Baker McKenzie LLP is taking an “R&D” approach to how it will deliver legal services in the future with the opening of its Whitespace Legal Collaboration lab last week in Toronto.
The collab, located on the 27th floor of the firm’s offices on Bay Street, is the first of its kind in the firm, with others planned for Europe and Asia Pacific.
The idea is to bring in academics from nearby universities, as well as business and technology professionals and those involved in design thinking to work together on addressing challenges “at the intersection of business, law and technology.”
“We’ll have lots of different actors in the co-creation of new ideas around client issues and business issues that have a legal ramification,” said global chairman Paul Rawlinson. “It’s an R&D approach that law firms really haven’t embraced yet.”
He says Toronto is a “natural choice” because of the talent available in the city.
“It has a sort of new Silicon Valley feel,” he said. “It has the right talent.”
IBM Canada will be one of the first Whitespace collab partners along with several academic institutions such as the University of Toronto iSchool, University of Waterloo Problem Lab and York University’s Schulich School of Business.
Theo Ling, member of the innovation committee and principal of the Whitespace Collab in Toronto, says the space will be used to explore ways the firm can be a better partner for clients.
Over the last few years, the firm has added data analysts and systems engineers to its roster to provide a more dynamic team to address client problems.
Rawlinson was on hand last week for the opening of the centre that will bring together the firm’s lawyers, academics, researchers and other “community members” to provide “fresh perspectives” and reimagine how to consider complex issues such as data privacy, smart cities and other data-related challenges. But he says that doesn’t mean immediately embracing certain tools such as artificial intelligence.
“There is a lot of huff and puff in the market about law firms getting artificial intelligence and machine learning and so forth,” said Rawlinson. “I wouldn’t say it’s artificial intelligence yet — it’s more machine learning automation. We’re systematically introducing machine learning technology to do the basic due diligence on M&A transactions and so forth.”
The firm’s philosophy is that innovation has three strands — the first is to get more efficient in how it approaches matters with project management, alternative pricing and using its Belfast and Manila offices for certain work such as document review, and getting the right level of person on jobs and adopting the technology available today.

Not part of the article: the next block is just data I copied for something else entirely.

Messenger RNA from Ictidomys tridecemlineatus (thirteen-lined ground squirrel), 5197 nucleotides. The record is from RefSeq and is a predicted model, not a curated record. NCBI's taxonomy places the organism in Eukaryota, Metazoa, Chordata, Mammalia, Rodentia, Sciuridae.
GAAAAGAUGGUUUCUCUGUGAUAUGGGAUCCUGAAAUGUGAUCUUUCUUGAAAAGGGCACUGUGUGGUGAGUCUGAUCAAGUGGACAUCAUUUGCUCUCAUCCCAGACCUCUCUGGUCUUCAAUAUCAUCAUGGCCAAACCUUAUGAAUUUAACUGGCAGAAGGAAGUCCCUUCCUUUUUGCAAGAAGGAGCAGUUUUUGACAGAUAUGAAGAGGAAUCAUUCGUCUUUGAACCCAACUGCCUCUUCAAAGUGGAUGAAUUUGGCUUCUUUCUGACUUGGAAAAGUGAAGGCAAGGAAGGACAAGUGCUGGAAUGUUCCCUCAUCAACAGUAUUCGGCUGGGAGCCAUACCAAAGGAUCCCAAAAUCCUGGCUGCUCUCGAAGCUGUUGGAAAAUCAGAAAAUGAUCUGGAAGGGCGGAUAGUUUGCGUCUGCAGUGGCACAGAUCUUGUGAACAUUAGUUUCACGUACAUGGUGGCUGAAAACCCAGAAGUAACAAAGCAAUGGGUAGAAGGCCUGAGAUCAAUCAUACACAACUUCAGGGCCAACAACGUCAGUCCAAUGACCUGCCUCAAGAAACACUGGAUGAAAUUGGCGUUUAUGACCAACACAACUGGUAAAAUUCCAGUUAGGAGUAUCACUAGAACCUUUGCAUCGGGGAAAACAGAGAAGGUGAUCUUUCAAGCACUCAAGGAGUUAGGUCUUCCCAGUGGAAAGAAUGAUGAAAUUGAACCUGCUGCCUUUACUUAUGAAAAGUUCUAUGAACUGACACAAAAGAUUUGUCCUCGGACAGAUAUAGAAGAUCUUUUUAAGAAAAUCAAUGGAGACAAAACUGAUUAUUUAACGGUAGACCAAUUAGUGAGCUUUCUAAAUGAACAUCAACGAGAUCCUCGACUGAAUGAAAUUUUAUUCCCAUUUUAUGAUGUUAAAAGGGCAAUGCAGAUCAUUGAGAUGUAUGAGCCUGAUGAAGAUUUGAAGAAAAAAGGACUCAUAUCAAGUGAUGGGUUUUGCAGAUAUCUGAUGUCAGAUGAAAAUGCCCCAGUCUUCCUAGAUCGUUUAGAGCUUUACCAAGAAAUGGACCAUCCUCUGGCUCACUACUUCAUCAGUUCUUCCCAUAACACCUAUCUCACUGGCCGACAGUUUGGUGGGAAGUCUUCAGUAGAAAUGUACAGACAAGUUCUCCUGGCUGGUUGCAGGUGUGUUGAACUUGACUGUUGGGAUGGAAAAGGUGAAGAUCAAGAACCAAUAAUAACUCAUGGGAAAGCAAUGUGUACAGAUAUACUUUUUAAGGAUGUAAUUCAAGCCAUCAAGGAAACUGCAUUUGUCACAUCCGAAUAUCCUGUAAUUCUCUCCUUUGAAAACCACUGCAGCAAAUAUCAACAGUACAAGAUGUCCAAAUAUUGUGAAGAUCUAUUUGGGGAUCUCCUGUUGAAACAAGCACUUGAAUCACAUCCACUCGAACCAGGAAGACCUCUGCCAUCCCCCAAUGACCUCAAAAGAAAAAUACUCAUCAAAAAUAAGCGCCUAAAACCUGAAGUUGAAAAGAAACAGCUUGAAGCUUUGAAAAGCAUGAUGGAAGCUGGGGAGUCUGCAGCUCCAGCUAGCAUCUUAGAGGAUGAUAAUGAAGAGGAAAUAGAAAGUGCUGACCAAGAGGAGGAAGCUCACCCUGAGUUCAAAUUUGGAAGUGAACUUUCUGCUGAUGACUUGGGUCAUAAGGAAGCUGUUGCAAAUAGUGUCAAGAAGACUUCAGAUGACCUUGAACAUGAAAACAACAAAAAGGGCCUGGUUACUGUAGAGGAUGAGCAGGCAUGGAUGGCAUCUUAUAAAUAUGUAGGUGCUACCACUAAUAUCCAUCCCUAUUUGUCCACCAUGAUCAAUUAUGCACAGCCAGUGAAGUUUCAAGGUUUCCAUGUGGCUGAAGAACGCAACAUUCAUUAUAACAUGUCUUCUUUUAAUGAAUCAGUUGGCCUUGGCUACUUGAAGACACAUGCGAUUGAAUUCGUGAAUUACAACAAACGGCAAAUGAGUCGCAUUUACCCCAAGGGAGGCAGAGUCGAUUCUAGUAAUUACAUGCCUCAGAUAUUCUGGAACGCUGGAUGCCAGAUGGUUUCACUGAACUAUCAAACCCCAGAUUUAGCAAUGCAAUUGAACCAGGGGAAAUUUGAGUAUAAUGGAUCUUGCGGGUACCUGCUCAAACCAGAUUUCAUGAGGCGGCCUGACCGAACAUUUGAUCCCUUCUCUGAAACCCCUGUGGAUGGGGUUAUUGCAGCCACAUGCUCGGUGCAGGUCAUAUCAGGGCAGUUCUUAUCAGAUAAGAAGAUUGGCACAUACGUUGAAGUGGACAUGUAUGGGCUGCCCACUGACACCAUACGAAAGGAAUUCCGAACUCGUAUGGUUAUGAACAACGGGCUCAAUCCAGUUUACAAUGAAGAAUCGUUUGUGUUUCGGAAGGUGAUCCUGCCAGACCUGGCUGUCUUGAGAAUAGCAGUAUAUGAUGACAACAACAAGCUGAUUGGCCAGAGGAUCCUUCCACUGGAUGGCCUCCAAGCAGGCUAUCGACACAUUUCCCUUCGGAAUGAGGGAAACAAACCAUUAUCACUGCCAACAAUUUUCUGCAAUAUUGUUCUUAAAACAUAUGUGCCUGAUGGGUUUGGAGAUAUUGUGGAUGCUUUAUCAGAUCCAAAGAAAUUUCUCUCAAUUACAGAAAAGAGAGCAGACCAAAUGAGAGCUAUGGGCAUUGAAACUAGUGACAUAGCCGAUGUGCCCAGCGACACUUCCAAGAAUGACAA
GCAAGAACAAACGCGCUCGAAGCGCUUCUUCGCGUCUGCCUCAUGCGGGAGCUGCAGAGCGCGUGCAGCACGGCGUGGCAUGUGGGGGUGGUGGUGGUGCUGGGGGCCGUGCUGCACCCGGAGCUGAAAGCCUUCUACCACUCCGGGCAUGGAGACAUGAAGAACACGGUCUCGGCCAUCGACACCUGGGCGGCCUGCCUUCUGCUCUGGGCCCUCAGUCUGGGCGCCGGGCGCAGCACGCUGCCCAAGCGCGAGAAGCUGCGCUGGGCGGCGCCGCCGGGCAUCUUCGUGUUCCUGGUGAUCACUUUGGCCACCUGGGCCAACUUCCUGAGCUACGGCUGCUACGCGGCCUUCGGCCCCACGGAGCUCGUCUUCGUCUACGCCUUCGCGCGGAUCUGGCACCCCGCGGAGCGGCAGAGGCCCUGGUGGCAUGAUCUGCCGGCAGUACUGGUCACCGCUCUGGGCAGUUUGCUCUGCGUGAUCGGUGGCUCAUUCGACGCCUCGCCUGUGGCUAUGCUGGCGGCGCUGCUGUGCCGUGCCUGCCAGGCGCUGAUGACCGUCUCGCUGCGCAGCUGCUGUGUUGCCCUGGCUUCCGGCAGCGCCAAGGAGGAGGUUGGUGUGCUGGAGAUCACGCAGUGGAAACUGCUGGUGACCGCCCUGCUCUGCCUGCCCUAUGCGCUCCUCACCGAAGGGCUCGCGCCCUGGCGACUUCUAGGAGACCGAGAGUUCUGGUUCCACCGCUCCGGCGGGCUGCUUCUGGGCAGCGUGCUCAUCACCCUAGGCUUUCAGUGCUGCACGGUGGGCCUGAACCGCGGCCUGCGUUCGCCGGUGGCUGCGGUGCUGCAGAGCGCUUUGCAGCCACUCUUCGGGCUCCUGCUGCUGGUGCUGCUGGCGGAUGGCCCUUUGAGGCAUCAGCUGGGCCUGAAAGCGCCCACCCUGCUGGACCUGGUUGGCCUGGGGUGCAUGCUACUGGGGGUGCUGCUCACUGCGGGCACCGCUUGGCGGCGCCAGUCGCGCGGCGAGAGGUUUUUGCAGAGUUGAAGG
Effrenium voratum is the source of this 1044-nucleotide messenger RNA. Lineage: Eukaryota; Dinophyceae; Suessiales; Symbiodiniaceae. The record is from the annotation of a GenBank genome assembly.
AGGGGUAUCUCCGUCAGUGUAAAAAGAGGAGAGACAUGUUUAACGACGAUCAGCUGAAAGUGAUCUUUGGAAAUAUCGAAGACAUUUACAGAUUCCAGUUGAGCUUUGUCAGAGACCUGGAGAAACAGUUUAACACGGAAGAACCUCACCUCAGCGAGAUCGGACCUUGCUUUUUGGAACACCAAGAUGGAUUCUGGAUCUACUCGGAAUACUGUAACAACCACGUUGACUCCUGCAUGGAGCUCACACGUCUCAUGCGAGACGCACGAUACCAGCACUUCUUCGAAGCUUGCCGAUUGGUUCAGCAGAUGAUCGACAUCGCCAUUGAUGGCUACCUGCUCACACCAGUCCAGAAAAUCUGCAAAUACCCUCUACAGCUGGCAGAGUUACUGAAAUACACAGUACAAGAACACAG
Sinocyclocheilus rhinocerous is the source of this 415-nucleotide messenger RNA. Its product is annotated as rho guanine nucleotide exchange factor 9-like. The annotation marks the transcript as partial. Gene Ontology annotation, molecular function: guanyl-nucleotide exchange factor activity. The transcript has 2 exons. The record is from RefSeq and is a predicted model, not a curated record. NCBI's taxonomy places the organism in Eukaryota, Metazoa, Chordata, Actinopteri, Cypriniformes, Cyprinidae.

“Phase two, which is where we are with the innovation lab, is to do more than that and re-engineer our services,” said Rawlinson. “We’ve had a few pilot projects with a design thinking firm where they give us a road map and help us approach clients in an area and come back and create a response to that need with a design thinking approach.”
In the more medium to longer term — two to four years out — that’s when Rawlinson says he sees artificial intelligence coming into play.
“We are talking to startups and people designing that technology with a view potentially to investing, acquiring or licensing to make sure we know when and how to make a move to bring it in-house or license for us to use,” he said.
Rawlinson said the firm’s client strategy is designed to be wrapped around an industry focus — understanding an industry within the context of their competitive position in an industry.
“It’s amazing that law firms in general haven’t really embraced the notion of really listening to clients instead of pushing their own practice areas,” he said. “I think clients need to know what you have in the locker, but what they’re more interested in talking about, and more likely to select a law firm for, is an ability to listen to them and to go back to basics and re-engineer the service offering around pulling together teams of people that suit that need.”